Tomi himself has noted repeatedly that it's unfair to compare single quarters for Apple since iPhones are only released once a year. So let's stop doing that. Let's look at data (not feelings) on full-year market share growth using Nokia's own estimates of the global smartphone market:

Between Apr08-Mar09: 165M converged devices (aka smartphones; Nokia's term) sold, Nokia sold 59.6M or 36.1%, Apple sold 15.8M iPhones or 9.6%.

Between Apr09-Mar10: 193M converged devices sold, Nokia sold 75.6M or 39.2%, Apple sold 30.1M iPhones or 15.6%.

So on a fair annual basis comparison, Apple has increased its market share from 9.6% to 15.6%. Nokia has increased from 36.1% to 39.2%.

But note: To get that growth, Apple's iPhone ASP has dropped from $640 (at end of Mar09) to $622 (at end of Mar10) or 2.8%. (Apple added one cheaper model.) Nokia's smartphone ASP has dropped from 190 to 155 euro or a whopping 22.6%.

Those numbers, plus Nokia's delay in getting to market a top-end "N-series" caliber model running Symbian^3, and Apple's huge margin that can enable future much lower iPhone prices, explains the different directions taken by NOK and AAPL on the stock markets.

But Tomi wrote above "I made very clear that we are looking at smartphone market share - because the reach of the smartphone platform is of great interest to readers of this blog - companies who make services and apps for mobile phones."

The stock market wants to know the same thing but not just for last quarter or today, but for next year or two or three. Which platform can be projected to be more viable and have greater reach in the future?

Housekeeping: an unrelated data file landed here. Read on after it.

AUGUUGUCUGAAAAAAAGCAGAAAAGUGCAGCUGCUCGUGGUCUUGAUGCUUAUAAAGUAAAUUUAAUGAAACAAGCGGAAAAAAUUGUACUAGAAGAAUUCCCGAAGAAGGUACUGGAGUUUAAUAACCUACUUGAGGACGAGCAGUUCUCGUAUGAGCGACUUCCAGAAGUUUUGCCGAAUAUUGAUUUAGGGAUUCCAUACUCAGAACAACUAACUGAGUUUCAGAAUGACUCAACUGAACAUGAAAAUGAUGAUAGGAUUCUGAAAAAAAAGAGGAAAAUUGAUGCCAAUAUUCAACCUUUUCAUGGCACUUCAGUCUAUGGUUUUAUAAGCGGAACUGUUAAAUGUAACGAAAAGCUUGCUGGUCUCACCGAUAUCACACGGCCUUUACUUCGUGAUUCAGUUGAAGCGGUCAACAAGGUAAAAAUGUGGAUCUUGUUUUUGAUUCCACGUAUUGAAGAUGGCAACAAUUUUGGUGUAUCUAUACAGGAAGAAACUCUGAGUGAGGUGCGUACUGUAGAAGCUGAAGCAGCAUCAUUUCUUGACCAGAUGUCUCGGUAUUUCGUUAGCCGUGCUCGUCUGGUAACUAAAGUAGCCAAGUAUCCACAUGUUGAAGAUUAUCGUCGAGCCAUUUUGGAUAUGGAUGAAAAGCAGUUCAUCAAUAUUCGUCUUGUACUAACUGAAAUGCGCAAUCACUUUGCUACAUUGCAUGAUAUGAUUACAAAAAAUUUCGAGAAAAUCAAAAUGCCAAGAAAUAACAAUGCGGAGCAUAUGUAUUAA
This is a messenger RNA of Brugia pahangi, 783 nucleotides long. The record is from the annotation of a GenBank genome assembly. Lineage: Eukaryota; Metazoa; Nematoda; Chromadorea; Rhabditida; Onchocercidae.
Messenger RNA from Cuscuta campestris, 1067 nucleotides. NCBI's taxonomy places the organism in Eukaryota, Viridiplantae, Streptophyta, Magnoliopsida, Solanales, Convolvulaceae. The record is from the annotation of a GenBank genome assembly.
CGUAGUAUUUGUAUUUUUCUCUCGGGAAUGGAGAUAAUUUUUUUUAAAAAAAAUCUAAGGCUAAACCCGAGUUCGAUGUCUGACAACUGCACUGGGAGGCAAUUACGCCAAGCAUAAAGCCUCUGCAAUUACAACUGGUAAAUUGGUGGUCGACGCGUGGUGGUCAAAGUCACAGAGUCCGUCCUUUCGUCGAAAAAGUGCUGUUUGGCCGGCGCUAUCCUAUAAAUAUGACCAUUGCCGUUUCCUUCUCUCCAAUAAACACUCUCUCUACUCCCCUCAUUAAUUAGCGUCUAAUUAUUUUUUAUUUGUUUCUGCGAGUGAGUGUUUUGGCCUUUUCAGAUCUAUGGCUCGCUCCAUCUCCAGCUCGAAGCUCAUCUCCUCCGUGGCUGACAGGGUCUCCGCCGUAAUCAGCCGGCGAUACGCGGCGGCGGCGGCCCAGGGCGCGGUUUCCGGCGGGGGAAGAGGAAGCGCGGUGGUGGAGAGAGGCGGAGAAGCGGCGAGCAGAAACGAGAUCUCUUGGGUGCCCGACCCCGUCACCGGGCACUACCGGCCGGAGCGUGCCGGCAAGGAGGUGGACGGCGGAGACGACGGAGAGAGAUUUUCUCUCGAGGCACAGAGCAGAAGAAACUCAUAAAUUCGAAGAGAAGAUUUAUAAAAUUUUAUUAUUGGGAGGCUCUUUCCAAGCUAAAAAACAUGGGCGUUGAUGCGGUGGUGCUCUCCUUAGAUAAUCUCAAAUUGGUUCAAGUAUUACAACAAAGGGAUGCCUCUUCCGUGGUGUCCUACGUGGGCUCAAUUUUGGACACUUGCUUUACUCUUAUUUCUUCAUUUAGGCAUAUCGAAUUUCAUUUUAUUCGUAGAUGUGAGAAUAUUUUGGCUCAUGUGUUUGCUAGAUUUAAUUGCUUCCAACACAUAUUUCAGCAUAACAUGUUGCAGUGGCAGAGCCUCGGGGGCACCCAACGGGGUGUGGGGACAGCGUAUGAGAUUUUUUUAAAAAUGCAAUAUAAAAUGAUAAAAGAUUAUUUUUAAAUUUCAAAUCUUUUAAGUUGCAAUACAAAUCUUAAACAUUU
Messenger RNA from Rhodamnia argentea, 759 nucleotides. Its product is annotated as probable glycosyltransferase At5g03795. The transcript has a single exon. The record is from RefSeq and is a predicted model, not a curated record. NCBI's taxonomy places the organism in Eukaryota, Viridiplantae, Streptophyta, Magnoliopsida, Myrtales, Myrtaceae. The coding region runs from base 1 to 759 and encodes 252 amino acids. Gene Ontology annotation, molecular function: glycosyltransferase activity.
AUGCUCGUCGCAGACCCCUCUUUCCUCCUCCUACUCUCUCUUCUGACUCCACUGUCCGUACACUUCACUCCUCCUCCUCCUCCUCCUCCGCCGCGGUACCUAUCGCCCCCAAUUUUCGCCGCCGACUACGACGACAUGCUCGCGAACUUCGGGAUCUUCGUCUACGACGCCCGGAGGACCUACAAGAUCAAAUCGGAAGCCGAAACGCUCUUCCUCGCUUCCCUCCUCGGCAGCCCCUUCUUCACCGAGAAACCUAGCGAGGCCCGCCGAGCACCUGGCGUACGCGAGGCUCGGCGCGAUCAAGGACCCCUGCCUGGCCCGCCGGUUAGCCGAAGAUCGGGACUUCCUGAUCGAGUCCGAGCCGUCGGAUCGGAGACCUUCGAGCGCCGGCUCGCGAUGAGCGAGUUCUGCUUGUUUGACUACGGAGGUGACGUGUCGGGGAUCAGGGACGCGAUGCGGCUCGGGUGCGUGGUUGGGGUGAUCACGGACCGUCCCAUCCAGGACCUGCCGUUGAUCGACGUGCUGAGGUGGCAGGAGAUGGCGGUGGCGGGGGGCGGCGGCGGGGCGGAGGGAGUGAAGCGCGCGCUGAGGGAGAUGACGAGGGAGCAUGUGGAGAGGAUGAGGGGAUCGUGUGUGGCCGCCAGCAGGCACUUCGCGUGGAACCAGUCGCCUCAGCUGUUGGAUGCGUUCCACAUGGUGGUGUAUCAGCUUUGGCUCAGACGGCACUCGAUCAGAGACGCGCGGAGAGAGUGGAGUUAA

Based on that data, which do you think?


Oops, I screwed up my math - Nokia ASP only dropped 18.4%, not 22.6%.

Tomi T Ahonen

Hi Pablo, Steve, Reda, Dardano, Tom, sami, Pablo again, Carlos, ounkeo, an kevin twice.

Good discussion. Will respond to each individually

Pablo - First, on the 41%. I don't make the rules. The definition of a smartphones is a cellular mobile phone which has an operating system where users can install apps. Please note, the original iPhone 2G did not even fit this definition (but was mostly counted in the stats nonetheless). I cannot go interview every 4.6 Billion people on the planet asking what kind of phone they have and neither can you nor anyone else. If we want to have a reasonable discussion, we have to have some accepted definition and measurement. So, for example in cars. You may think that the India made Tata is not a 'proper' car, but it still fits the global definition and their production is counted in the car total global market.

For mobile phones there are only two measures of phones. There are those that are any kind of phone and then out of that, the ones that are smartphones. If we want, we can remove the smartphones from all phoens and get the number of 'dumbphones'. But beyond that, it would be opinion. Why should phone X be accepted and Y not. I won't play that game. I talk about what we can measure. The Symbian phones are legitimately smartphones.